so is it a matter of “literary” writing having a different definition of “plot” and “arc?”

      1. Hi Ryan,

        I do think people distinguish between “arc” and “plot.” Plot can be defined many different ways. It might be all of the narrative’s events, which are usually causal. But it can mean other things as well, depending on how one defines it. (The Russian Formalists definied it differently, as syuzhet, or presentation.)

        http://atec4346.pbworks.com/Fabula+and+Syuzhet

        Arc is simpler, I think, and refers more to a progression. It can be the overall progress of the narrative, or it can be the progress of a character. In both cases, I think it assumes that the story or character should move from one place to another. So the character should move from wealthy to poor, or bad to good, etc. The story itself might move from peril to calm, or from conflict to resolution, and so on.

        Plots and arcs can be the same thing. Despite everything that happens in it, Hamlet tells a very simple story: Hamlet, having spoken with the ghost of his father, summons his resolve and kills Claudius, losing his own life in the process.

        I think that the 20th century saw a movement away from plot (meaning here “a sequence of causal events”) as a central organizing conceit in “literary” fiction. Plot wasn’t the only thing in a lot of 19th century writing, but it was important.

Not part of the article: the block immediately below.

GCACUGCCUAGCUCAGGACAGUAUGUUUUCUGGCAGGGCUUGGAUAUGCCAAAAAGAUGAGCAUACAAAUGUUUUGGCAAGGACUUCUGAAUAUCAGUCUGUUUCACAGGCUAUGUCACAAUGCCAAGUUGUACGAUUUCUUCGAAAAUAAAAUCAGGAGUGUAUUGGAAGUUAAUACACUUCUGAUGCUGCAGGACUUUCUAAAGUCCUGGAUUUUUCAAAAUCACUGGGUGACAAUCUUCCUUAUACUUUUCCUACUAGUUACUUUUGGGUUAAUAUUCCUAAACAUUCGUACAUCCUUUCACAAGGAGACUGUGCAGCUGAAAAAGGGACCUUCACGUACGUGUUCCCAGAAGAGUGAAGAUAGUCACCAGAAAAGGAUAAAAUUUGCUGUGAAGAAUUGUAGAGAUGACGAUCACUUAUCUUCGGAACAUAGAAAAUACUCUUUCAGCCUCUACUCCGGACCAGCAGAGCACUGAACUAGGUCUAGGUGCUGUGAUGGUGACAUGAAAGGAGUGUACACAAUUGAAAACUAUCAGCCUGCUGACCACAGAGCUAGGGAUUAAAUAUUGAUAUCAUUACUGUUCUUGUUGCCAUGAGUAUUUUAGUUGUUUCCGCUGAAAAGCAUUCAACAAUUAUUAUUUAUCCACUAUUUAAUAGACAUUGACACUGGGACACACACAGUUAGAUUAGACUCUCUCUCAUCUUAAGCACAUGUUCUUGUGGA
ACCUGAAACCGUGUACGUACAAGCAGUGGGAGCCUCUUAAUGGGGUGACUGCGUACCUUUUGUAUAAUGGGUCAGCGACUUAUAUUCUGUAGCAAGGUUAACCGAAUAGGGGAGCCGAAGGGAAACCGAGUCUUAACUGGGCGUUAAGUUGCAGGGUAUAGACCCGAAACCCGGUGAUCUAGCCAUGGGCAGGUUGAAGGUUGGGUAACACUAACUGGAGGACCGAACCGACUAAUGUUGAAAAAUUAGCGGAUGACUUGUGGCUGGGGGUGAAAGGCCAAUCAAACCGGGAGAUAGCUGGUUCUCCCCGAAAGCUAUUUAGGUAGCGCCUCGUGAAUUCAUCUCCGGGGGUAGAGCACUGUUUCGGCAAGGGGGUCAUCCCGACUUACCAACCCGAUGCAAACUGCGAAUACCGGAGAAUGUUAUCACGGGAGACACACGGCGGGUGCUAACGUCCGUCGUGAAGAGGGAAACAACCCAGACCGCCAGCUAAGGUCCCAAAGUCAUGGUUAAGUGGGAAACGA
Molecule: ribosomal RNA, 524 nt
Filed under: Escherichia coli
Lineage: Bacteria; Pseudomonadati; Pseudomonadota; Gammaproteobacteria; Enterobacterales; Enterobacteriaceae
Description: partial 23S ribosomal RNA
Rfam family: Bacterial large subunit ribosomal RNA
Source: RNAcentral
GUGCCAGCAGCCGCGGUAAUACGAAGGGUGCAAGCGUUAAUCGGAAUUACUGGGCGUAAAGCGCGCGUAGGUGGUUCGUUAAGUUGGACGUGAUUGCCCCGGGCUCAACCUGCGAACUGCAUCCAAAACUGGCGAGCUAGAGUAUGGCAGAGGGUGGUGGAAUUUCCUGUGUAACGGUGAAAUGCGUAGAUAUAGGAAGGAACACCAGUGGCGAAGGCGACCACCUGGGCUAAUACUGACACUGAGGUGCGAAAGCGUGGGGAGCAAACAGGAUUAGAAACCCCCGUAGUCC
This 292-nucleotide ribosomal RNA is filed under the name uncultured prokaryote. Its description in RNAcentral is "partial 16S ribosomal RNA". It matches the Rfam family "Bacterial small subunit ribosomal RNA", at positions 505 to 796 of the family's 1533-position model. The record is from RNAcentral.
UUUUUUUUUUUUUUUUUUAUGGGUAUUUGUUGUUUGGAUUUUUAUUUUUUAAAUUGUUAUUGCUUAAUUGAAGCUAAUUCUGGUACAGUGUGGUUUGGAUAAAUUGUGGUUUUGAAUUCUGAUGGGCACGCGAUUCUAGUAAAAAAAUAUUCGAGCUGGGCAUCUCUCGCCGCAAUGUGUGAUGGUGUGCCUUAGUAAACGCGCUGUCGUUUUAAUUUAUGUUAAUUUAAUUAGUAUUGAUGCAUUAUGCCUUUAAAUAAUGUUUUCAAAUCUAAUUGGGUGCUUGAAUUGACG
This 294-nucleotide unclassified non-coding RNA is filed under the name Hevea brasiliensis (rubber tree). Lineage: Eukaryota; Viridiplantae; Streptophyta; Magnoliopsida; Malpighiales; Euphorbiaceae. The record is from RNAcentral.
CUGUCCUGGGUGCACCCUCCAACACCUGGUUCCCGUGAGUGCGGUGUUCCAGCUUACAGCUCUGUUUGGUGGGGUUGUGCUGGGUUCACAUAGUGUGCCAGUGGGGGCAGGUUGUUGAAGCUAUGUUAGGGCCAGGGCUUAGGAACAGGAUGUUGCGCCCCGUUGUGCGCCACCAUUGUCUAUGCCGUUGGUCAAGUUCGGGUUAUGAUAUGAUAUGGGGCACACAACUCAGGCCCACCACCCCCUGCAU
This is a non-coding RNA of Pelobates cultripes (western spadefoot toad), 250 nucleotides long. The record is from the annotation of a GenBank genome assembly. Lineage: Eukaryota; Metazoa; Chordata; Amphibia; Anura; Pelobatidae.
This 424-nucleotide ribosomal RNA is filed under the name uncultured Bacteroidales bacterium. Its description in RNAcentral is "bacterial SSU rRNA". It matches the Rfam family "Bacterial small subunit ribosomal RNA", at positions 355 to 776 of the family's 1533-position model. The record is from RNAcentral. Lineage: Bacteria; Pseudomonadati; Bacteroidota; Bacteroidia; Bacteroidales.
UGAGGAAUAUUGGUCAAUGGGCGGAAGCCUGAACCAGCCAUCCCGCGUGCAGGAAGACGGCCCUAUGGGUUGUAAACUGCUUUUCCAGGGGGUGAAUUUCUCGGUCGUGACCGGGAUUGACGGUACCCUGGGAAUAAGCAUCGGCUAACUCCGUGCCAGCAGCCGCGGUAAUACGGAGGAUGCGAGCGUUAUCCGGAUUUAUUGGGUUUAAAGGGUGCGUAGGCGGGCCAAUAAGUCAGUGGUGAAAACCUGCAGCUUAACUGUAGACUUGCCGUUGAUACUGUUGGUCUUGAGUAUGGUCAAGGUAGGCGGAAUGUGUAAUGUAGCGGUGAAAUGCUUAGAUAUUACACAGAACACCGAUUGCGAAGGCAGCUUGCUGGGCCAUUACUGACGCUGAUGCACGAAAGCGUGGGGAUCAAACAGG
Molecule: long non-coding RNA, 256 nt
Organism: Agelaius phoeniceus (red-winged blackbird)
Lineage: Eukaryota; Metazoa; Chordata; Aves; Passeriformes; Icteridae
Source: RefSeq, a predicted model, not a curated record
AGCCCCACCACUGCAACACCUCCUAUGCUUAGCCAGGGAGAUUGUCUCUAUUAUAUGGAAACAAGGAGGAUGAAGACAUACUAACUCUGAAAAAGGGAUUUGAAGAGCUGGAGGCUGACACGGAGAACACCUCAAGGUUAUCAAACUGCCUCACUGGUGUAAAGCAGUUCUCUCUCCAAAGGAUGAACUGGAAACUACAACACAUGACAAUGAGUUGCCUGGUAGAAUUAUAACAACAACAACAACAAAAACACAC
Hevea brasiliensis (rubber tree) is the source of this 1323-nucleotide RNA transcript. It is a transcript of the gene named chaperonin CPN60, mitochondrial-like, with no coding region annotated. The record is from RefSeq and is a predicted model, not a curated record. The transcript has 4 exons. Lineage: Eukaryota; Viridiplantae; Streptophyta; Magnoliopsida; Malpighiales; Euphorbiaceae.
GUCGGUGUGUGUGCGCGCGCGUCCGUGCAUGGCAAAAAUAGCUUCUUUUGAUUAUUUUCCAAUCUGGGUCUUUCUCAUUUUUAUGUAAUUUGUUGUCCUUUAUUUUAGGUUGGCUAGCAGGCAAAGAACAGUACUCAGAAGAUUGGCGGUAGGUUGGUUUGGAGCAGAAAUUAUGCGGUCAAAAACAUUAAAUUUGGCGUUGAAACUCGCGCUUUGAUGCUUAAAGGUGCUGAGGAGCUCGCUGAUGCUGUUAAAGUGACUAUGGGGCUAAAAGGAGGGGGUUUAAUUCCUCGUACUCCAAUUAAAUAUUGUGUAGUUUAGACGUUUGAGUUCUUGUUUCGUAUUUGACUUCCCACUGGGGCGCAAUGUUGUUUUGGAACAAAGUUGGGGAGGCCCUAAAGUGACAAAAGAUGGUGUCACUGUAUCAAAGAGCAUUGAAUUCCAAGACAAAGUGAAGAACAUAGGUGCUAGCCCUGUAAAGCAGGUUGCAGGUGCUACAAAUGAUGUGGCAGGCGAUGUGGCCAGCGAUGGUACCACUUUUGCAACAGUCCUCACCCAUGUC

Then, in the 20th century, I think plot was assailed from at least two directions. On the realist side, character psychology took over more, while on the experimental side, anti-narrative techniques became more fashionable. I’m generalizing wildly of course. But it seems to me that both camps, inasmuch as they’re even camps, seemed influenced by a movement away from thinking of “real life” as plotted, organized, causal, etc. And so the writing came to reflect that.

        In other words, plot became less dominant in “literary” fiction. This was certainly true in my experiences. When I took workshops, regardless of whether they were realist or experimental workshops, we never really sat around discussing plot. Rather, people made comments about how convincing a detail was, or how better to explore a character’s psychology, or how some metatextual or conceptual element could be improved, etc. But we never did any plot outlines, for instance, and no one ever commented on whether a particular turn of events might be better than another one. The only time this ever came up at all was when someone suggested a different ending, or starting in a different spot, or eliminating an episode…but that was it. It never really led to a detailed discussion of plot.